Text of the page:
She takes pictures of her bike the way less solitary travelers take snapshots of their traveling companions.

"The bike is just this partner in it," she says. "It's like your adventure partner and unlike people, who can disappoint you, your bike is just always there."

But when Horgan first started riding, there was nothing picturesque about it.

"I was in the process of getting a divorce," says the mother of three, recalling the strangeness of being without her kids while they were spending time with their dad. "For the first time, I ended up with free time, which I was not used to."

She filled that time with a used bike off of Craigslist.

"I would just ride around the neighborhood," Horgan says, noting she didn't have any special biking gear or equipment. "It was a big deal for me."

As she started going on longer rides, Horgan noticed that something about being alone on a bike, outdoors, was deeply therapeutic. She'd get on the bike feeling really stressed out, and no matter what happened on the ride, she'd hop off again with an underlying sense of okayness, despite all of her problems still needing to be solved.

"It's like therapy, xanax and exercise rolled into one," she says without the slightest hint that she might be joking.

This photograph appeared on Twitter and Instagram with this caption: "As an unemployed person, I’ve got to set goals and stick to a strict schedule to avoid accidentally ending up employed. Yesterday my goal was: ride back and forth across the bright, crunchy leaves."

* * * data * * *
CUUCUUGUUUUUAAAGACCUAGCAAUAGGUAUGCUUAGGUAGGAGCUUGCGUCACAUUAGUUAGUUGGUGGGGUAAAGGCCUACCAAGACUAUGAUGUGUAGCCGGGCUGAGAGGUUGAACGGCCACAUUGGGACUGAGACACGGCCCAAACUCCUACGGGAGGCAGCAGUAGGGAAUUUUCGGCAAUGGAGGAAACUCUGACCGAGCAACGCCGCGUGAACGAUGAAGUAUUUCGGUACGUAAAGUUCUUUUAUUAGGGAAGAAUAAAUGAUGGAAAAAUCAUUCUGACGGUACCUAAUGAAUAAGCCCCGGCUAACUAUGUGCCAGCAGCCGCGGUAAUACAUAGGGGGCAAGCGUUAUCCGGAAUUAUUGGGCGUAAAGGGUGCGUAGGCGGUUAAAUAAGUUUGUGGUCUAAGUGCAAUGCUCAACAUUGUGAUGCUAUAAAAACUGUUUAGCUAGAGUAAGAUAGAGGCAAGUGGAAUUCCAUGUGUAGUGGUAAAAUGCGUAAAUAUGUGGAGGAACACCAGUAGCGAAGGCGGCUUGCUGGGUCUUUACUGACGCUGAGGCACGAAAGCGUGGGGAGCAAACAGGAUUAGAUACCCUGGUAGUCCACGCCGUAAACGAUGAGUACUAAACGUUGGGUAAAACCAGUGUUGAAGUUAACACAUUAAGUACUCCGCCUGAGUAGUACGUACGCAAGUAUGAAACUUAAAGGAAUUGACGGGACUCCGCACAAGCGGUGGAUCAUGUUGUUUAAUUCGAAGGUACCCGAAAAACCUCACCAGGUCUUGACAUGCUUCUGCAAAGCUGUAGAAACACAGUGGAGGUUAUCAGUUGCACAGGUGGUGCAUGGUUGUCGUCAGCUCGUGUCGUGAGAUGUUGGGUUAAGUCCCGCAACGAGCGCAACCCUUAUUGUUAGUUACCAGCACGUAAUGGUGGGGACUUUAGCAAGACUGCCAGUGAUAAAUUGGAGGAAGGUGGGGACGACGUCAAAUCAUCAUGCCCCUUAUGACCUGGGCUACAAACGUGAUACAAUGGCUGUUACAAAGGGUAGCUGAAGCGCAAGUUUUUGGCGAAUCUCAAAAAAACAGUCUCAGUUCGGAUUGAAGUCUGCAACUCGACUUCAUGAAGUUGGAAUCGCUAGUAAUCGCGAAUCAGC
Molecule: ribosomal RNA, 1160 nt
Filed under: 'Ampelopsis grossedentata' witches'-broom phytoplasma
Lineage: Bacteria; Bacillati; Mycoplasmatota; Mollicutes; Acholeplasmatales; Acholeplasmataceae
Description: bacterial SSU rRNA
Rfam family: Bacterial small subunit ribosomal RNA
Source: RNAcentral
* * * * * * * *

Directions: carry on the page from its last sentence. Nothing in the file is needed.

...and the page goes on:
Kim Horgan
This photograph appeared on Twitter and Instagram with this caption: "As an unemployed person, I’ve got to set goals and stick to a strict schedule to avoid accidentally ending up employed. Yesterday my goal was: ride back and forth across the bright, crunchy leaves."

Horgan's relied on those therapeutic benefits once again through the disruption of the pandemic. She'd been at a new job when the pandemic hit. After a few not-so-wonderful work experiences, this job, she says, had her "checking off all the boxes": nice coworkers at a good company, fulfilling assignments, everything she'd wanted. When the coronavirus started spreading, Horgan started working from home. Then she got furloughed.

She remained upbeat, riding her bike almost constantly while waiting to be called back to work. That's what she'd been expecting when her phone rang. She got the news that she'd been laid off instead.

"It's almost funny, it's so bad. Like, that's how this year has gone."

So giving up bike rides in the blustery months of winter isn't an option. It's just going to require being more strategic.